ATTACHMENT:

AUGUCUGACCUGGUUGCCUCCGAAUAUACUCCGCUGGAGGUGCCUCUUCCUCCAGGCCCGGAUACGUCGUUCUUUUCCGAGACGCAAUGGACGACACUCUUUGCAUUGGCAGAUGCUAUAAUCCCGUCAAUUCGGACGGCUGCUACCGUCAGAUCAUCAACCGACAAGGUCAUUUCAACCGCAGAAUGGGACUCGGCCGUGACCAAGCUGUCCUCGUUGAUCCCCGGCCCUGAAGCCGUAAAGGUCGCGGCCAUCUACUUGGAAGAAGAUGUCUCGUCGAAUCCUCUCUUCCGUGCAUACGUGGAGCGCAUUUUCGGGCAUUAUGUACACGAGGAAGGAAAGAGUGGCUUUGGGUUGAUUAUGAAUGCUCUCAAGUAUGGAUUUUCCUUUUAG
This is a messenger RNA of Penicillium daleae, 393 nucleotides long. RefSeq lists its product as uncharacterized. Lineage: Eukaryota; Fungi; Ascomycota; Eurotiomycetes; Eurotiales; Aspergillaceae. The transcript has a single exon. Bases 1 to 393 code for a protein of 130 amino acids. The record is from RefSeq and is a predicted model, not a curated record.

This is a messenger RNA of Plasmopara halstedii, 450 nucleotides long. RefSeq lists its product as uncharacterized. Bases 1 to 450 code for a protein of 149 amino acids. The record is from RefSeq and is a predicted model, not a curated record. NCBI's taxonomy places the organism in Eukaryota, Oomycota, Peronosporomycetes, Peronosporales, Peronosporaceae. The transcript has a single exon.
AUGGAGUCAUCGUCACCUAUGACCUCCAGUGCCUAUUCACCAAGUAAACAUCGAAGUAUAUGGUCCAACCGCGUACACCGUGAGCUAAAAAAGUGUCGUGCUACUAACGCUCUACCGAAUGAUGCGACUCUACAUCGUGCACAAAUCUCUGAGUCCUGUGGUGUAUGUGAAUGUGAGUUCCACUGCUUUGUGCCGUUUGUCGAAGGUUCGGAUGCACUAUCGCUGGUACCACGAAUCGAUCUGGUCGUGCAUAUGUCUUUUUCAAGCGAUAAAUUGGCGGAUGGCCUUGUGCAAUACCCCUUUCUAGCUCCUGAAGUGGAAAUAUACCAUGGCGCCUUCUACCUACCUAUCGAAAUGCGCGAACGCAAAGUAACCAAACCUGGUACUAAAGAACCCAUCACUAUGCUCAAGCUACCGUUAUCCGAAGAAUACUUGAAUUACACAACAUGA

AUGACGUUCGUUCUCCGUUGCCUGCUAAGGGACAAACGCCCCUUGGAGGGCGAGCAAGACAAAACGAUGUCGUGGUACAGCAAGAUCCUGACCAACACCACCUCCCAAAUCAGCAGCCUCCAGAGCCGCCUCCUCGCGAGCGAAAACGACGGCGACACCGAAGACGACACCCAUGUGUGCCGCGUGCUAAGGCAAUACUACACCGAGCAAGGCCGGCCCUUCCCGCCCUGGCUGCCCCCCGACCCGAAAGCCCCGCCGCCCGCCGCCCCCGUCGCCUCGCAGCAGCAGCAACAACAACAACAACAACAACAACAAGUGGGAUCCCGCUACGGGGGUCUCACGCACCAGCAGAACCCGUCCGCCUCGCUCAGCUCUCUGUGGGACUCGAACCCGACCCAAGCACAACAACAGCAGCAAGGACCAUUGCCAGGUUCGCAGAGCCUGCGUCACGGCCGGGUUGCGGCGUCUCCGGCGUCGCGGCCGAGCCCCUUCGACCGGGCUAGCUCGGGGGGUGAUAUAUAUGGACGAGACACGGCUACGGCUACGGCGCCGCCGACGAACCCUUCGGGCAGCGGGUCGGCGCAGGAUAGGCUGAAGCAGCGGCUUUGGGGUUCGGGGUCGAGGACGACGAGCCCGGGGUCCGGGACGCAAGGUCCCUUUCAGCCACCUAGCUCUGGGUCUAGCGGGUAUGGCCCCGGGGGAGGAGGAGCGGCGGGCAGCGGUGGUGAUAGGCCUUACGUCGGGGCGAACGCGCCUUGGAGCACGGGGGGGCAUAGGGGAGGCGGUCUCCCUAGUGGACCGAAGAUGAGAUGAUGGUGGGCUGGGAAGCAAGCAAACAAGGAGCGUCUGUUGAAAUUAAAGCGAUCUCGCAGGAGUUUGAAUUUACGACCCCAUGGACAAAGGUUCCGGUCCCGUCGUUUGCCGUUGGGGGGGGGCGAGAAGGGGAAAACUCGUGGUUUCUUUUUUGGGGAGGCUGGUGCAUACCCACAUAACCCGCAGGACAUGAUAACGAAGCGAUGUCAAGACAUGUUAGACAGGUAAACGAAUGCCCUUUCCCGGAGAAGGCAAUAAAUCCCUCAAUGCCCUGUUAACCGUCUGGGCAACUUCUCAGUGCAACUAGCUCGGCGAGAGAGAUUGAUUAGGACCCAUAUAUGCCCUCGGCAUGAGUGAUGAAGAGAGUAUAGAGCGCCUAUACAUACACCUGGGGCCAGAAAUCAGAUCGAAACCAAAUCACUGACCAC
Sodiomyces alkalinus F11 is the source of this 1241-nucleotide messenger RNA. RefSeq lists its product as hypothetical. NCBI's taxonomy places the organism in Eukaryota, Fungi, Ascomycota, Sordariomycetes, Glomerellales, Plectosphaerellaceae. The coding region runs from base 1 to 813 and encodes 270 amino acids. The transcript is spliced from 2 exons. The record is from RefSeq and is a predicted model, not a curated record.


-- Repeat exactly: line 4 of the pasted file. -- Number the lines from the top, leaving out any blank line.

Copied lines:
AUGGAGUCAUCGUCACCUAUGACCUCCAGUGCCUAUUCACCAAGUAAACAUCGAAGUAUAUGGUCCAACCGCGUACACCGUGAGCUAAAAAAGUGUCGUGCUACUAACGCUCUACCGAAUGAUGCGACUCUACAUCGUGCACAAAUCUCUGAGUCCUGUGGUGUAUGUGAAUGUGAGUUCCACUGCUUUGUGCCGUUUGUCGAAGGUUCGGAUGCACUAUCGCUGGUACCACGAAUCGAUCUGGUCGUGCAUAUGUCUUUUUCAAGCGAUAAAUUGGCGGAUGGCCUUGUGCAAUACCCCUUUCUAGCUCCUGAAGUGGAAAUAUACCAUGGCGCCUUCUACCUACCUAUCGAAAUGCGCGAACGCAAAGUAACCAAACCUGGUACUAAAGAACCCAUCACUAUGCUCAAGCUACCGUUAUCCGAAGAAUACUUGAAUUACACAACAUGA